After the pioneering activities of the early 2000s, by the middle of the decade things started to get more organised and embedded. Cambridge Enterprise was formed to act as a focus for start-up support activities (particularly advice and investment) and the Centre for Entrepreneurial Learning was launched to draw together and expand the range of practically-focused entrepreneurship training programmes. This period also saw an increase in entrepreneurship and innovation as a part of core curricula for a range of undergraduate and graduate programmes to complement the existing largely extracurricular activities. Thankfully consolidation of these core activities did not lead to ossification: new initiatives (particularly those driven by students) continued to spring up, and this was actively encouraged.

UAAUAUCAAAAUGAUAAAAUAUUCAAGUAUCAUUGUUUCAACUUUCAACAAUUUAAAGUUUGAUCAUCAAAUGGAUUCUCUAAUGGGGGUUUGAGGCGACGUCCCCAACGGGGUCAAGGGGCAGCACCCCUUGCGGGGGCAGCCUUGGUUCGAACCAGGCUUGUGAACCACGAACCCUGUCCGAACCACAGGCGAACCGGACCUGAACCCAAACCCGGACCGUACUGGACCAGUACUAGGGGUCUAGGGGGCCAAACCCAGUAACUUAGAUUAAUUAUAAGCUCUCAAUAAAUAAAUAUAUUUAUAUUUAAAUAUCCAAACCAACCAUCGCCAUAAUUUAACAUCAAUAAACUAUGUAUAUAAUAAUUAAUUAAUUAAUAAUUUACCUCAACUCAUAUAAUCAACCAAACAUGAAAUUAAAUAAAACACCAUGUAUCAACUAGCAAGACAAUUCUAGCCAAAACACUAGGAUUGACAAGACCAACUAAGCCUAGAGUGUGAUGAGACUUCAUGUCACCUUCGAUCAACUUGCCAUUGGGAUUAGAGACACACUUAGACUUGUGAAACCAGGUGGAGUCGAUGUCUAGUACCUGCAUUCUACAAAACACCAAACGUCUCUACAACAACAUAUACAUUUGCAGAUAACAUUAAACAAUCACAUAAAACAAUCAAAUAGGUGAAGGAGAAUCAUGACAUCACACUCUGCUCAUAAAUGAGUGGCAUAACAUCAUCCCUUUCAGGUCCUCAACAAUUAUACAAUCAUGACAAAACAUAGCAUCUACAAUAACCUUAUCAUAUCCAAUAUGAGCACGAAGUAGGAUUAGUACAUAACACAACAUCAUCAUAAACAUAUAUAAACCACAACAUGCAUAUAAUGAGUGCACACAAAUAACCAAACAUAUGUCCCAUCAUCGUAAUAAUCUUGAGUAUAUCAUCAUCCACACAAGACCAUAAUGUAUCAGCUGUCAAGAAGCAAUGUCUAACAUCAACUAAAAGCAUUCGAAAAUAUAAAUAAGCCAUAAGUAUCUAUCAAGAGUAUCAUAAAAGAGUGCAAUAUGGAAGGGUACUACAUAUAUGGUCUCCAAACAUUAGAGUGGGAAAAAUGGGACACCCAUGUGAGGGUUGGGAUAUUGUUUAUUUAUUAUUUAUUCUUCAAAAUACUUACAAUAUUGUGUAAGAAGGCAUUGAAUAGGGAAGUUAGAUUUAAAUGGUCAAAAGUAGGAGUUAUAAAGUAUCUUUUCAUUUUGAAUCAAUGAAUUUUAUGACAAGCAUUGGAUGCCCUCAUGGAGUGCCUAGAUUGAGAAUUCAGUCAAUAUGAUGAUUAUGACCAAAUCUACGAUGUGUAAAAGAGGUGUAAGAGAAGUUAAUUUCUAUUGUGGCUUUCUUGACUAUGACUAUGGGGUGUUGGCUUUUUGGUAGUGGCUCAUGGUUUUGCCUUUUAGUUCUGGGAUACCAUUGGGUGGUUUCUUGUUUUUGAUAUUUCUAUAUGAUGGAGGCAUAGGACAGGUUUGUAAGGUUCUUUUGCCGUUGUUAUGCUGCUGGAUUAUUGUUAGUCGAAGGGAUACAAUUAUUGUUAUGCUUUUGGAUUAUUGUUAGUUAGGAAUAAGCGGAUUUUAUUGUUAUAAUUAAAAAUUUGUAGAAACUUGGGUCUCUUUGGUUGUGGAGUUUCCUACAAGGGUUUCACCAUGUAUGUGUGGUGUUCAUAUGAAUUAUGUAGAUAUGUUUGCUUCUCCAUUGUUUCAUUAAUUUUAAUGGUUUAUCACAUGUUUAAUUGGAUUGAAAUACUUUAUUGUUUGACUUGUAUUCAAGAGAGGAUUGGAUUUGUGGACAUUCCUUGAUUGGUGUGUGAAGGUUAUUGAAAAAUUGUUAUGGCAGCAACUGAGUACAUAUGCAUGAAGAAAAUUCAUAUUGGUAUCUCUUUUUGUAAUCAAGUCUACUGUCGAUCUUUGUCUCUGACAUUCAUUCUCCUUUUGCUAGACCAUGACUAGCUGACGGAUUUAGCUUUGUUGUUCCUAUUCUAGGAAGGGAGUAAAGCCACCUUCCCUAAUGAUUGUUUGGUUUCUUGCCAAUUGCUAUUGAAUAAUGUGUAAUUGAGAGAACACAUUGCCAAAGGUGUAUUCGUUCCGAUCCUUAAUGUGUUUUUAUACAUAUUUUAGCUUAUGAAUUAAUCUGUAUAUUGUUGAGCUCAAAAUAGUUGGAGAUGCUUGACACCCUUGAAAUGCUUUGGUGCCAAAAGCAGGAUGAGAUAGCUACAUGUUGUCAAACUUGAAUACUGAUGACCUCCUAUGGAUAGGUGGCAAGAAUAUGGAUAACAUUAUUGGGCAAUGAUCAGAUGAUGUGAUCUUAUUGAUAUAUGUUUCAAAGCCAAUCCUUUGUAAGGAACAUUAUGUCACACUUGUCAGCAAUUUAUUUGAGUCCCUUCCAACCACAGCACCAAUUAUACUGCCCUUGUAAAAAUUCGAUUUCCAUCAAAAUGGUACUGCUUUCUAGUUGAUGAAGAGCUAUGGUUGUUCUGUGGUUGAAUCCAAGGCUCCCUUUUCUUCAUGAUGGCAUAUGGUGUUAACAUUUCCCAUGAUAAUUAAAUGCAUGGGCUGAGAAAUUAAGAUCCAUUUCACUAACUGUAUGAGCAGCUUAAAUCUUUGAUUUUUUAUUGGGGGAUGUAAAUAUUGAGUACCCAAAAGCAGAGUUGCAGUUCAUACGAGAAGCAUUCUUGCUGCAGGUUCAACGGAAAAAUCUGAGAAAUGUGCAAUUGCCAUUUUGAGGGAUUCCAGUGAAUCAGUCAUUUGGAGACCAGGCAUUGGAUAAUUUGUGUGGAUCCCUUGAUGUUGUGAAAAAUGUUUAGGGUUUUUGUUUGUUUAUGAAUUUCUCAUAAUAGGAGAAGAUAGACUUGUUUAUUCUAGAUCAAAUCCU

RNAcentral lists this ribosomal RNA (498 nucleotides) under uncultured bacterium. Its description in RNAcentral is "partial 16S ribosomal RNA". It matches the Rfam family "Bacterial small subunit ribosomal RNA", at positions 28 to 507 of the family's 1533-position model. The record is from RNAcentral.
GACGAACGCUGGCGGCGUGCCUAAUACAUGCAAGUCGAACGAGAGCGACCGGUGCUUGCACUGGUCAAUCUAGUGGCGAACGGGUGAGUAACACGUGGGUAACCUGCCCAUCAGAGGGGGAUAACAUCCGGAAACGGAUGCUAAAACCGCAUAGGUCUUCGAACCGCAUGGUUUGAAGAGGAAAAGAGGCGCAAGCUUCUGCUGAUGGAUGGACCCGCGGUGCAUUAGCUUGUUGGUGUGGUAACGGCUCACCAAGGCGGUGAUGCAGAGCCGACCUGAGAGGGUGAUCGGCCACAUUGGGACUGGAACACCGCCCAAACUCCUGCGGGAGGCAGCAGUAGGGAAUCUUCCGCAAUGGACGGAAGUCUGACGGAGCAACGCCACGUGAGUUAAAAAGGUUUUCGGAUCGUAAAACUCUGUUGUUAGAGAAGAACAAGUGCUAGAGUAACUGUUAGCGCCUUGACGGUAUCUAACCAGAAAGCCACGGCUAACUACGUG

Today, entrepreneurship is an integral part of the education, research and engagement activities of the University.  Cambridge Enterprise is one of the UK’s most successful university-based IP commercialisation organisations, with a substantial and successful range of investment funds to support its activities. The development of entrepreneurship skills now sits with a range of organisations, key among these being the Cambridge Judge Business School EntrepreneurshipCentre. The stimulation of interest in entrepreneurship is fuelled by numerous business plan competitions. Not only are there the large-scale and long-standing activities CU Entrepreneurs, but there are also now several college-based competitions and a recently launched competition targeted at post-doctoral researchers. The early-stage development of new ventures is supported by organisations including ideaSpace and Accelerate Cambridge.